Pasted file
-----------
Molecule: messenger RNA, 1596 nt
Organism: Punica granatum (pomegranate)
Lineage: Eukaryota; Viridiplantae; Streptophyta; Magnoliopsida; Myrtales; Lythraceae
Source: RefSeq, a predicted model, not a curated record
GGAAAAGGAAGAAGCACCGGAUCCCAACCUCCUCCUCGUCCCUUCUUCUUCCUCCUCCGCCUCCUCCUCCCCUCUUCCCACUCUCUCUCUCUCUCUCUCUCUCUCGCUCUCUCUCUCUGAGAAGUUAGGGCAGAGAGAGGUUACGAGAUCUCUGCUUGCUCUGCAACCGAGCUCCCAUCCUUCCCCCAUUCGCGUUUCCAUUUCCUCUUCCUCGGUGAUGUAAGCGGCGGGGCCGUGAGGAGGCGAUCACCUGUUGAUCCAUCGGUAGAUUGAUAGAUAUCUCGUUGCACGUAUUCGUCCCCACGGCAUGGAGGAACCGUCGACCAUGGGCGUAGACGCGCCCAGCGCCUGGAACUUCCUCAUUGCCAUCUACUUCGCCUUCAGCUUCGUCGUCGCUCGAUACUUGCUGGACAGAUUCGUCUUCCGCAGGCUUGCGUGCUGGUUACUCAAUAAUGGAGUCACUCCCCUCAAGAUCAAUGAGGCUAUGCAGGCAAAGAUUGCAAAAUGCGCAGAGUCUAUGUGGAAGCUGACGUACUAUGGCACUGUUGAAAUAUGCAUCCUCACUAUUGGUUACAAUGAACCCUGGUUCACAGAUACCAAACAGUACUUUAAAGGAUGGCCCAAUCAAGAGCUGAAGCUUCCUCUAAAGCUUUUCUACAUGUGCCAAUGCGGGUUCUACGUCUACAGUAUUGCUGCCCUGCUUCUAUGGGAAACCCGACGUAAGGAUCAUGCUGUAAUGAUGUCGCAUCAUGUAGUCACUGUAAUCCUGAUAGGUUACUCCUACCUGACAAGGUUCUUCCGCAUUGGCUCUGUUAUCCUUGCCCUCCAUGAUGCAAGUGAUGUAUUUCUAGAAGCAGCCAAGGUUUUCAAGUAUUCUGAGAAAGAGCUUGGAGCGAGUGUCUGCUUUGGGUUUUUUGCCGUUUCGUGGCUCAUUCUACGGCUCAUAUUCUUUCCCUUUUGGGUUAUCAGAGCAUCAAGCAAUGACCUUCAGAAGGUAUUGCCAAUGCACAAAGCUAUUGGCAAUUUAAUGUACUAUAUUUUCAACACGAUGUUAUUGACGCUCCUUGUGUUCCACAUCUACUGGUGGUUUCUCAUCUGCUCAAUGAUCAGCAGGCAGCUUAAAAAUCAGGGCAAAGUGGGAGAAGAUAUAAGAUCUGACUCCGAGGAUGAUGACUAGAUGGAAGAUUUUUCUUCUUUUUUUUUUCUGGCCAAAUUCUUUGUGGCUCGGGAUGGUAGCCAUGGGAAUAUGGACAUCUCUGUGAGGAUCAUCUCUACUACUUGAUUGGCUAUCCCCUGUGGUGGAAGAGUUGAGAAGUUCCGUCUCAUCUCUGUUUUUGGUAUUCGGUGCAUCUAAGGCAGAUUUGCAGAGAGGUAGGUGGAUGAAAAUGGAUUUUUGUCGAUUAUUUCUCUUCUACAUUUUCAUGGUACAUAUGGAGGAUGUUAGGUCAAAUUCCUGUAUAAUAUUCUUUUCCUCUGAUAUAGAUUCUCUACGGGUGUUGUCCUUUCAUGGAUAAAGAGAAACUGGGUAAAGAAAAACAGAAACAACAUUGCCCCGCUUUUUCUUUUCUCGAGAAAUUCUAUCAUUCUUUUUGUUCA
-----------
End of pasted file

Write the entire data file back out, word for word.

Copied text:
Molecule: messenger RNA, 1596 nt
Organism: Punica granatum (pomegranate)
Lineage: Eukaryota; Viridiplantae; Streptophyta; Magnoliopsida; Myrtales; Lythraceae
Source: RefSeq, a predicted model, not a curated record
GGAAAAGGAAGAAGCACCGGAUCCCAACCUCCUCCUCGUCCCUUCUUCUUCCUCCUCCGCCUCCUCCUCCCCUCUUCCCACUCUCUCUCUCUCUCUCUCUCUCUCGCUCUCUCUCUCUGAGAAGUUAGGGCAGAGAGAGGUUACGAGAUCUCUGCUUGCUCUGCAACCGAGCUCCCAUCCUUCCCCCAUUCGCGUUUCCAUUUCCUCUUCCUCGGUGAUGUAAGCGGCGGGGCCGUGAGGAGGCGAUCACCUGUUGAUCCAUCGGUAGAUUGAUAGAUAUCUCGUUGCACGUAUUCGUCCCCACGGCAUGGAGGAACCGUCGACCAUGGGCGUAGACGCGCCCAGCGCCUGGAACUUCCUCAUUGCCAUCUACUUCGCCUUCAGCUUCGUCGUCGCUCGAUACUUGCUGGACAGAUUCGUCUUCCGCAGGCUUGCGUGCUGGUUACUCAAUAAUGGAGUCACUCCCCUCAAGAUCAAUGAGGCUAUGCAGGCAAAGAUUGCAAAAUGCGCAGAGUCUAUGUGGAAGCUGACGUACUAUGGCACUGUUGAAAUAUGCAUCCUCACUAUUGGUUACAAUGAACCCUGGUUCACAGAUACCAAACAGUACUUUAAAGGAUGGCCCAAUCAAGAGCUGAAGCUUCCUCUAAAGCUUUUCUACAUGUGCCAAUGCGGGUUCUACGUCUACAGUAUUGCUGCCCUGCUUCUAUGGGAAACCCGACGUAAGGAUCAUGCUGUAAUGAUGUCGCAUCAUGUAGUCACUGUAAUCCUGAUAGGUUACUCCUACCUGACAAGGUUCUUCCGCAUUGGCUCUGUUAUCCUUGCCCUCCAUGAUGCAAGUGAUGUAUUUCUAGAAGCAGCCAAGGUUUUCAAGUAUUCUGAGAAAGAGCUUGGAGCGAGUGUCUGCUUUGGGUUUUUUGCCGUUUCGUGGCUCAUUCUACGGCUCAUAUUCUUUCCCUUUUGGGUUAUCAGAGCAUCAAGCAAUGACCUUCAGAAGGUAUUGCCAAUGCACAAAGCUAUUGGCAAUUUAAUGUACUAUAUUUUCAACACGAUGUUAUUGACGCUCCUUGUGUUCCACAUCUACUGGUGGUUUCUCAUCUGCUCAAUGAUCAGCAGGCAGCUUAAAAAUCAGGGCAAAGUGGGAGAAGAUAUAAGAUCUGACUCCGAGGAUGAUGACUAGAUGGAAGAUUUUUCUUCUUUUUUUUUUCUGGCCAAAUUCUUUGUGGCUCGGGAUGGUAGCCAUGGGAAUAUGGACAUCUCUGUGAGGAUCAUCUCUACUACUUGAUUGGCUAUCCCCUGUGGUGGAAGAGUUGAGAAGUUCCGUCUCAUCUCUGUUUUUGGUAUUCGGUGCAUCUAAGGCAGAUUUGCAGAGAGGUAGGUGGAUGAAAAUGGAUUUUUGUCGAUUAUUUCUCUUCUACAUUUUCAUGGUACAUAUGGAGGAUGUUAGGUCAAAUUCCUGUAUAAUAUUCUUUUCCUCUGAUAUAGAUUCUCUACGGGUGUUGUCCUUUCAUGGAUAAAGAGAAACUGGGUAAAGAAAAACAGAAACAACAUUGCCCCGCUUUUUCUUUUCUCGAGAAAUUCUAUCAUUCUUUUUGUUCA